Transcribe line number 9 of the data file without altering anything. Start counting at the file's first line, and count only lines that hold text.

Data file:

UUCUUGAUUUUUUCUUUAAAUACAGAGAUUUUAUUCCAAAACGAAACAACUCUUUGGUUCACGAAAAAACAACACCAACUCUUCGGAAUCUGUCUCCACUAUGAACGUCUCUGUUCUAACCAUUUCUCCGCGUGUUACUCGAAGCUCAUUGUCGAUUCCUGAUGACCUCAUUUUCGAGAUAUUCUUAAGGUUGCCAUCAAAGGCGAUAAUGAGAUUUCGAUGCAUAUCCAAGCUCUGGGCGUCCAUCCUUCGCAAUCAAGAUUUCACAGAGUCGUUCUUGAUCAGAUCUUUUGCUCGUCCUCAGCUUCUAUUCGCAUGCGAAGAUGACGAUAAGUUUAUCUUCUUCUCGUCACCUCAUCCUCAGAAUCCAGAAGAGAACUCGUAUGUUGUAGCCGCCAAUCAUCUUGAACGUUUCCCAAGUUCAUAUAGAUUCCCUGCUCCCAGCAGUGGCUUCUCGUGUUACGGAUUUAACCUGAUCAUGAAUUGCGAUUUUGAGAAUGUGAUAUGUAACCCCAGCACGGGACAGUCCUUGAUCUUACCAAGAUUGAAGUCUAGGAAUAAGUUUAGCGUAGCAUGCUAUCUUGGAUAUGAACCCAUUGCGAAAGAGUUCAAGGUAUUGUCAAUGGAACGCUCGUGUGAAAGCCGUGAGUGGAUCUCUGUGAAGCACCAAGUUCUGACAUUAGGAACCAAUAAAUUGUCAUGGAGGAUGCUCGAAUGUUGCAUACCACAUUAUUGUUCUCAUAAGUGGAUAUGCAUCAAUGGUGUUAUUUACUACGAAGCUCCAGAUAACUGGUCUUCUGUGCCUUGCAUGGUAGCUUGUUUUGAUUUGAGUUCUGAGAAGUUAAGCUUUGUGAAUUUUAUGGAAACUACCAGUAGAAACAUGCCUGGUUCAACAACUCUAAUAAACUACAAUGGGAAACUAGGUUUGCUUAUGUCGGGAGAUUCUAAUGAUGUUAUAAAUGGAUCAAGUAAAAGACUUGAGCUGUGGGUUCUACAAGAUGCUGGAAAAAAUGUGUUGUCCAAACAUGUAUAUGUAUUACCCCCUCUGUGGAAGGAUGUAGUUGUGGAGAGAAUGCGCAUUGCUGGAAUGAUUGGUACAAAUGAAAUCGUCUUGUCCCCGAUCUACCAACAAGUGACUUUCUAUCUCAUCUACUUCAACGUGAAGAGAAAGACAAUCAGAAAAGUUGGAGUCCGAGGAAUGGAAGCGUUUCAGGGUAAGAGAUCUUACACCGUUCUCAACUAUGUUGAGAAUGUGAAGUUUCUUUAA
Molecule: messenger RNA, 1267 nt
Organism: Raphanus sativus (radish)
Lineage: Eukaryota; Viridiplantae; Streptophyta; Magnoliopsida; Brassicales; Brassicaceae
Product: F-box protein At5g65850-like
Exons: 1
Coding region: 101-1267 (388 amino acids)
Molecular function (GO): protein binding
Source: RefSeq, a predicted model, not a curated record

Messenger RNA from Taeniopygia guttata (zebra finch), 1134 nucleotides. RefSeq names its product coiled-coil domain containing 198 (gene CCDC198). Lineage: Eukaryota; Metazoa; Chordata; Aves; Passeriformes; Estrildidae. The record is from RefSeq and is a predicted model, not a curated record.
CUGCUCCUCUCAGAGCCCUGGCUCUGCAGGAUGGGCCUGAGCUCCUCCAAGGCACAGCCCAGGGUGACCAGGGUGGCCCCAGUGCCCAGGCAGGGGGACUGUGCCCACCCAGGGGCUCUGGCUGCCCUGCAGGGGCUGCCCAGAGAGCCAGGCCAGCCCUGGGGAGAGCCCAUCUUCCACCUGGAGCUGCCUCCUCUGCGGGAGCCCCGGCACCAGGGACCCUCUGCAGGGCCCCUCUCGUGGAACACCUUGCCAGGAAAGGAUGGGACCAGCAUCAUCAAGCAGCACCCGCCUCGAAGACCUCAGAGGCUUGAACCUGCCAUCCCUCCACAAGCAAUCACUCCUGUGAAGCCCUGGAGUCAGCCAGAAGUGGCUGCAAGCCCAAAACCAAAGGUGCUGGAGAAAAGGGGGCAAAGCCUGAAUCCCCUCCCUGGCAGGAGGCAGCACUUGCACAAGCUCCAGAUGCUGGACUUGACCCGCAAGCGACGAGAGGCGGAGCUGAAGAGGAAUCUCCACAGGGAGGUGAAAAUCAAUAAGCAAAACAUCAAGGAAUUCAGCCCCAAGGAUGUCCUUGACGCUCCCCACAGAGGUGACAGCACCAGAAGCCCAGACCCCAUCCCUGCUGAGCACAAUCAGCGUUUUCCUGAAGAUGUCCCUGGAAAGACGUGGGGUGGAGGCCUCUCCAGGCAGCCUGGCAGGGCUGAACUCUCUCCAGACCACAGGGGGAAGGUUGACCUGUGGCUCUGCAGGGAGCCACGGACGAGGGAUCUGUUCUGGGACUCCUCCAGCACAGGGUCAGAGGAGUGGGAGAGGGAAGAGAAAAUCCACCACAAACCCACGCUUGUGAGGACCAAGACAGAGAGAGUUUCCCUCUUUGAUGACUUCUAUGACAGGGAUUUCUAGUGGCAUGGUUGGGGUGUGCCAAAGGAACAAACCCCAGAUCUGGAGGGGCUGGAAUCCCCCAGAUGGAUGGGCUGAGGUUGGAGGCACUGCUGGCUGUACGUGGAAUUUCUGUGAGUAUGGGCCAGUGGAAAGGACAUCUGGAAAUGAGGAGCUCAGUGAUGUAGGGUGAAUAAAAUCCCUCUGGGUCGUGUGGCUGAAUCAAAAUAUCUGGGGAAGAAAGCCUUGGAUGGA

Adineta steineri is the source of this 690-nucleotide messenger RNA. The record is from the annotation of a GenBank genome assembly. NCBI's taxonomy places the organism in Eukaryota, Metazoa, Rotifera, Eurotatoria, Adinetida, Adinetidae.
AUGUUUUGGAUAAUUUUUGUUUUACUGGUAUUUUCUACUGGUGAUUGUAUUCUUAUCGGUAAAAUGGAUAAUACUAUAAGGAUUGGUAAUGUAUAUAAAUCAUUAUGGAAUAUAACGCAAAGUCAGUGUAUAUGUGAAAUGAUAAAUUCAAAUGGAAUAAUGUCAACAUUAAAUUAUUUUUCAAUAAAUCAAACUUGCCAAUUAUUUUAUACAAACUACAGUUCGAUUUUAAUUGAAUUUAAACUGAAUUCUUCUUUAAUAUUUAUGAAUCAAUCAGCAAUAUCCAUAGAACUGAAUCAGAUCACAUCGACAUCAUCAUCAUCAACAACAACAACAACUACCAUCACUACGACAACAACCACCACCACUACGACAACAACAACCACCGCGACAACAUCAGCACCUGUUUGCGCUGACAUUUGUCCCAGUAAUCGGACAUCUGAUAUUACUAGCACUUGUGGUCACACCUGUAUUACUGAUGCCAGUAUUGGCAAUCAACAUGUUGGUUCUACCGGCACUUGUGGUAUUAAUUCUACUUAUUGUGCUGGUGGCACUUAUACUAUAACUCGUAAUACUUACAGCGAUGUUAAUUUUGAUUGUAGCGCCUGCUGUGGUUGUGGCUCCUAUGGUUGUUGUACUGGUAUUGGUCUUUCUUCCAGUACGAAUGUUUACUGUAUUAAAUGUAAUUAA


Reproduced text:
Source: RefSeq, a predicted model, not a curated record